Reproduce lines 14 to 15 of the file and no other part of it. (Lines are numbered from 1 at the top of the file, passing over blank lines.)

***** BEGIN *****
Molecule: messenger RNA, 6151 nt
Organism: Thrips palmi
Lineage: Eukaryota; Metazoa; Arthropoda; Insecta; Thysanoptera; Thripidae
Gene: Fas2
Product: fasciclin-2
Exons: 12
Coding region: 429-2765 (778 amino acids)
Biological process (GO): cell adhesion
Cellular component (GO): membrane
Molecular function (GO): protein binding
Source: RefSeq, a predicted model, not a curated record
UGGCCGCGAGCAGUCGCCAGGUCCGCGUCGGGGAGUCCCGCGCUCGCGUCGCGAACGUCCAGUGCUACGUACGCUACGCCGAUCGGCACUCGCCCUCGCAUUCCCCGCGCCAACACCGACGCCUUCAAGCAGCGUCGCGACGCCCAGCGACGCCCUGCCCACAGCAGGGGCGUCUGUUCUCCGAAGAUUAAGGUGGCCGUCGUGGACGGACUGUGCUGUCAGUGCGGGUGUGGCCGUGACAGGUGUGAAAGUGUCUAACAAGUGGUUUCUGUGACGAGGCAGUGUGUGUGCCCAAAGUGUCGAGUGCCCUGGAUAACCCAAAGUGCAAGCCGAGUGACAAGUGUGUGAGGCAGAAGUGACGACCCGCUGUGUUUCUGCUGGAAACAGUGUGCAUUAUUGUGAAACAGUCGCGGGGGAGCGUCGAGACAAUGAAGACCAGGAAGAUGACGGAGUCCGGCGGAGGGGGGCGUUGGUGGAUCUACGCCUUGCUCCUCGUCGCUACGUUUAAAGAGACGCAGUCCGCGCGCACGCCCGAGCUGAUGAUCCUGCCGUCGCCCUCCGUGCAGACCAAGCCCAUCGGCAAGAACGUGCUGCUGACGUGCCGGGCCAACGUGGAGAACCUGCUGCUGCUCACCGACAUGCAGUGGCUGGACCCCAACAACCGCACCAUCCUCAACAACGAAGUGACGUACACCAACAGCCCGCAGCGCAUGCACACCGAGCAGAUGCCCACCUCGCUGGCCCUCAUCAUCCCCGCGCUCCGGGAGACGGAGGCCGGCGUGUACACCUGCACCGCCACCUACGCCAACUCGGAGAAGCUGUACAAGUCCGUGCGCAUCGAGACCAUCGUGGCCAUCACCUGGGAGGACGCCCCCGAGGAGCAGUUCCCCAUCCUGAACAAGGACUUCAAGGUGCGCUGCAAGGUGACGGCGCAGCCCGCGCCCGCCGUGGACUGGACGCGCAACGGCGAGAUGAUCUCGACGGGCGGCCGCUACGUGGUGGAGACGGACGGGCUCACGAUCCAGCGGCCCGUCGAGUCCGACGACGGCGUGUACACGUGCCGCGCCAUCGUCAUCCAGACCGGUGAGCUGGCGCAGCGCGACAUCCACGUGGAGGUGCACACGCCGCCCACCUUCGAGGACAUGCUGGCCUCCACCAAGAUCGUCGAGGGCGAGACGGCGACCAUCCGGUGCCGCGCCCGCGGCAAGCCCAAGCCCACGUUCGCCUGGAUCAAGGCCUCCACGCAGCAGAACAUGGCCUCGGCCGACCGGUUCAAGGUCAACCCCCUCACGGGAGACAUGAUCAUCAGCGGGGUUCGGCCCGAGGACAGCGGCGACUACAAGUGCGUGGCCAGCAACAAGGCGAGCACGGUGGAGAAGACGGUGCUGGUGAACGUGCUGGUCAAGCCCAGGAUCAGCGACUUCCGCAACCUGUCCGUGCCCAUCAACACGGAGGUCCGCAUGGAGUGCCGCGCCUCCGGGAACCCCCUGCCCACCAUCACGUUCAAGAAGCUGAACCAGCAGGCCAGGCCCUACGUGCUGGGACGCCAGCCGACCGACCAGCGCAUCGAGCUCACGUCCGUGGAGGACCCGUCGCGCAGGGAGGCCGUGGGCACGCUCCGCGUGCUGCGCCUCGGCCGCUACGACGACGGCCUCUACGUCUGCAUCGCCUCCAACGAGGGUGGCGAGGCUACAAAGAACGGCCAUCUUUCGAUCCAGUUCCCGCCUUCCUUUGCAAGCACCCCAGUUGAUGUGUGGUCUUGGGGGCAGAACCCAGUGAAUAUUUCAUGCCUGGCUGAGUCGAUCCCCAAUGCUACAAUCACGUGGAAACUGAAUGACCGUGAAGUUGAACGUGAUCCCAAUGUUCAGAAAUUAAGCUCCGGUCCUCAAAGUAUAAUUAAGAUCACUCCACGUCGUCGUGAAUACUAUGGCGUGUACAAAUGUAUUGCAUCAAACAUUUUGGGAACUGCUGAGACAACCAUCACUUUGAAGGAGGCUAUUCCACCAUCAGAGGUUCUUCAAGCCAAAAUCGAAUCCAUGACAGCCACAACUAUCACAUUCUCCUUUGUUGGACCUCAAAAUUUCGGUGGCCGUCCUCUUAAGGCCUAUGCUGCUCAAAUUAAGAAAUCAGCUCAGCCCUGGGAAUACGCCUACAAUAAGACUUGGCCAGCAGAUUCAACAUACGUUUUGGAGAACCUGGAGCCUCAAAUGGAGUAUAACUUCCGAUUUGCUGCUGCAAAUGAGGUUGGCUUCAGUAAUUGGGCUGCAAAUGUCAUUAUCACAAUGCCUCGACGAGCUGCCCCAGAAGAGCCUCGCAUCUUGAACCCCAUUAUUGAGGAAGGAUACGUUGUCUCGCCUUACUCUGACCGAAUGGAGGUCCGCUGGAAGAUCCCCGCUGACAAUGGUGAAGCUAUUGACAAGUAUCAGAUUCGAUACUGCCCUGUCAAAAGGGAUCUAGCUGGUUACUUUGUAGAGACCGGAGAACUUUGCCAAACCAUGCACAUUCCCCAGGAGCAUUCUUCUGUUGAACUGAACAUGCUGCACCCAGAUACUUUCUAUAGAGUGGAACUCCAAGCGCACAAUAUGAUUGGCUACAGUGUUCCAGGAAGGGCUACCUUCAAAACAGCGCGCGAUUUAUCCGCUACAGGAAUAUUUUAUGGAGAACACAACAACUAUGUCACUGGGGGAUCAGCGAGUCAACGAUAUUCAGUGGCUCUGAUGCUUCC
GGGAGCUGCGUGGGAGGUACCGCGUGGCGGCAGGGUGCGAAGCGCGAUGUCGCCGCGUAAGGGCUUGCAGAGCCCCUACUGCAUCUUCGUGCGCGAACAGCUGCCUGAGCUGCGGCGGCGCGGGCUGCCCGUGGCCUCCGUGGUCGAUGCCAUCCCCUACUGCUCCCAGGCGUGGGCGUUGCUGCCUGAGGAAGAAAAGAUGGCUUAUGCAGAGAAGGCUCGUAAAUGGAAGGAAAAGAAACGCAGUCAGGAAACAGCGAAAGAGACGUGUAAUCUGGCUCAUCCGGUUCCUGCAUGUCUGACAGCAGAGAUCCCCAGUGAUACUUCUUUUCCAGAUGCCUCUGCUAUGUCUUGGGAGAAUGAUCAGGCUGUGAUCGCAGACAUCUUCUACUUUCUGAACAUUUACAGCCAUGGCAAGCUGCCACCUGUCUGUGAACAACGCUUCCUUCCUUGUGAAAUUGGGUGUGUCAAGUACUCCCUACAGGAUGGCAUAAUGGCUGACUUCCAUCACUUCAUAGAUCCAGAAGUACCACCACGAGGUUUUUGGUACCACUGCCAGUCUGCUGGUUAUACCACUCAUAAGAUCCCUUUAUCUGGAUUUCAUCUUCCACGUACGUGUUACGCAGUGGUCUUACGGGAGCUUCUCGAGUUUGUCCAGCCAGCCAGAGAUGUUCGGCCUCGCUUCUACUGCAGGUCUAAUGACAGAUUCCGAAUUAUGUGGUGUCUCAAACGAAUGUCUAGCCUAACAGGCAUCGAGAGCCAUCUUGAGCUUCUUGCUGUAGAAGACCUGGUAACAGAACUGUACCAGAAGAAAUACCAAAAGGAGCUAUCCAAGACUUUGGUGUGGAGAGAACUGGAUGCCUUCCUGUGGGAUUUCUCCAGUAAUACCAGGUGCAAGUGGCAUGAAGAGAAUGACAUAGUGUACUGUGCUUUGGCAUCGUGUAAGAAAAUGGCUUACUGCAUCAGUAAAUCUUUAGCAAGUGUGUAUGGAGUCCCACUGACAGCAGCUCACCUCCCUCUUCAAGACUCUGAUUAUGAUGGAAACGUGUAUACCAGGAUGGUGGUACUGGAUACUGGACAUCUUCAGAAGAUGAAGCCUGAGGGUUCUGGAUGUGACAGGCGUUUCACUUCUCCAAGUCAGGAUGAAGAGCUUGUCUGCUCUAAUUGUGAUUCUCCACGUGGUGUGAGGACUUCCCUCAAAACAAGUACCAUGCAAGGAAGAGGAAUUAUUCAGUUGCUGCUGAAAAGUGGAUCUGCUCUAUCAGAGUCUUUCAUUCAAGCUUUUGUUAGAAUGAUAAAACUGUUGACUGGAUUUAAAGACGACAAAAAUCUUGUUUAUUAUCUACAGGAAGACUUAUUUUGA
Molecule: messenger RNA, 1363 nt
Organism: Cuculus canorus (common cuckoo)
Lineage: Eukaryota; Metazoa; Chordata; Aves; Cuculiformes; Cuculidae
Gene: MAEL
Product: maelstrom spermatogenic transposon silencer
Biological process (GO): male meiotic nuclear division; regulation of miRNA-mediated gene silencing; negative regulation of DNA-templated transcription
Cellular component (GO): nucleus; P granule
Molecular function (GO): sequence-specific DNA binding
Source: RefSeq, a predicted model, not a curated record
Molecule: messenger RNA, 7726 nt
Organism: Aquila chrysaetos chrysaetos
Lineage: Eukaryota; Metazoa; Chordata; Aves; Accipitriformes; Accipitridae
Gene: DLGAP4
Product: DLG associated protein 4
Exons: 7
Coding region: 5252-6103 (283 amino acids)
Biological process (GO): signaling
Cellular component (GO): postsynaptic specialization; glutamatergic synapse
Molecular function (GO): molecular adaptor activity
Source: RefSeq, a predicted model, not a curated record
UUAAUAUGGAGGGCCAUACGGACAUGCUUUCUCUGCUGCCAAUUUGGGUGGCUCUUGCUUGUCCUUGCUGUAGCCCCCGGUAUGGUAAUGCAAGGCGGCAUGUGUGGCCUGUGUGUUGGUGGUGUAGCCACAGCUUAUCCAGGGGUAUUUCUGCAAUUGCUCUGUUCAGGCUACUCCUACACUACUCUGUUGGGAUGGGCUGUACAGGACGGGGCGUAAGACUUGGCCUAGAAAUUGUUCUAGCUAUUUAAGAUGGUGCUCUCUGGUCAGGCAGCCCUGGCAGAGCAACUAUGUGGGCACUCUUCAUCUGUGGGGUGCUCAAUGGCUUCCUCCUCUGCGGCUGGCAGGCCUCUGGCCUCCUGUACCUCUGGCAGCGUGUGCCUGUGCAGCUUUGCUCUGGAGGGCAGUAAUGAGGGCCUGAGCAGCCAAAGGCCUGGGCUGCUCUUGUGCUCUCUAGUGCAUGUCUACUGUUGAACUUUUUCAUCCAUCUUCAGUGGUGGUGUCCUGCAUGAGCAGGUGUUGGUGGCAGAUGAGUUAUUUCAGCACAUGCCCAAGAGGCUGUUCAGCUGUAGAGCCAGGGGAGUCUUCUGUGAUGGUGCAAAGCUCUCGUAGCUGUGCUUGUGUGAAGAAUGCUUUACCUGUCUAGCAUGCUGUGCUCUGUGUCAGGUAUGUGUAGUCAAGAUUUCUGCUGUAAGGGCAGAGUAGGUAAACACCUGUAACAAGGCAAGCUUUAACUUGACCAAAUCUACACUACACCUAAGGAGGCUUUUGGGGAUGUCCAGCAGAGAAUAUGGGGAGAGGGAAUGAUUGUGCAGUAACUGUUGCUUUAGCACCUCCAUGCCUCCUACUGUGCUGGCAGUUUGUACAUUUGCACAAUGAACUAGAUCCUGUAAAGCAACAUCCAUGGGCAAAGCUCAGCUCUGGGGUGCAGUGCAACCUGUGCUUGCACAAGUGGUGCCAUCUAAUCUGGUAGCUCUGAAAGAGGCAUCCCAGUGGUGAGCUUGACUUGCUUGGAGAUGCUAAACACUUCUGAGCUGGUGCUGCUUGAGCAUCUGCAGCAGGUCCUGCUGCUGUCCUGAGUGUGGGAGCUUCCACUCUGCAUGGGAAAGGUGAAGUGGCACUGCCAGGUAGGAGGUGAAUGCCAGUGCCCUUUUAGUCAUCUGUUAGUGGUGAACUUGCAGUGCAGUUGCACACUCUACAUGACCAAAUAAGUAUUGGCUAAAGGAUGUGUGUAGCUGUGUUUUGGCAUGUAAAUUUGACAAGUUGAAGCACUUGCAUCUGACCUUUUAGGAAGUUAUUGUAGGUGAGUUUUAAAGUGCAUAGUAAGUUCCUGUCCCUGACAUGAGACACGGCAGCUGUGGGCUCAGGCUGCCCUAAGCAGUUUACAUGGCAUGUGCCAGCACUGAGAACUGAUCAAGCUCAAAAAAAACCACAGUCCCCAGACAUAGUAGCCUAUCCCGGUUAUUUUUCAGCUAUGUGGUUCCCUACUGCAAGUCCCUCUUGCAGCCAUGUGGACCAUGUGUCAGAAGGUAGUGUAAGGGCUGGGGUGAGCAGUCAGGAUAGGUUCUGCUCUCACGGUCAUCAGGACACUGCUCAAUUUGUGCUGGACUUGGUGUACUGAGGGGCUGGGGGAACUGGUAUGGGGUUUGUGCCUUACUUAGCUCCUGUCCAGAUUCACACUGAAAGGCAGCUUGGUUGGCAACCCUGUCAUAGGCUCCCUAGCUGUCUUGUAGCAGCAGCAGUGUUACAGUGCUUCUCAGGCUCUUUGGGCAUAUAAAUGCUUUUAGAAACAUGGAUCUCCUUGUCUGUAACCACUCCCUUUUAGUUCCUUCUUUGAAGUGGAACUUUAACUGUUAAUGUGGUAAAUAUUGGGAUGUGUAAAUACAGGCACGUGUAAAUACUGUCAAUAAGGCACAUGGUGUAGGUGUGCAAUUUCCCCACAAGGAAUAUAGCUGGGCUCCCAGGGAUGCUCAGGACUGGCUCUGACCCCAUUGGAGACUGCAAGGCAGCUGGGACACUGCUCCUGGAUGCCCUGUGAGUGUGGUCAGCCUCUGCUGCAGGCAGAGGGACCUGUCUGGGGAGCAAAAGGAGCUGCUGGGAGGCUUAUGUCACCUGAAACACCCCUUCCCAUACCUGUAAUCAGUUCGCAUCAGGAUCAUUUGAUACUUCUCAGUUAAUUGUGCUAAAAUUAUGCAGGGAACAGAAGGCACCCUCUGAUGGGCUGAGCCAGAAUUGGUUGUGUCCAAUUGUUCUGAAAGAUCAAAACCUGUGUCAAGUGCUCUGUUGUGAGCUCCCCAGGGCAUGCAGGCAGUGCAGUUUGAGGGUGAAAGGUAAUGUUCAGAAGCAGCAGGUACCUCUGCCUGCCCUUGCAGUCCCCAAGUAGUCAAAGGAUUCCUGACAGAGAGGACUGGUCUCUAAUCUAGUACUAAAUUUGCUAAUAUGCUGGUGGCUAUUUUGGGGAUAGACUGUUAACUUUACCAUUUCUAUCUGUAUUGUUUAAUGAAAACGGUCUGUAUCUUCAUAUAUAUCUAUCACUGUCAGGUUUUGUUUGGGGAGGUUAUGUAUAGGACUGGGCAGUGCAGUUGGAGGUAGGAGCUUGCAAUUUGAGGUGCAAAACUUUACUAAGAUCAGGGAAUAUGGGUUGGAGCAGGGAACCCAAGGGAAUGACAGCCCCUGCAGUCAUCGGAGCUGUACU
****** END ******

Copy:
Molecule: messenger RNA, 1363 nt
Organism: Cuculus canorus (common cuckoo)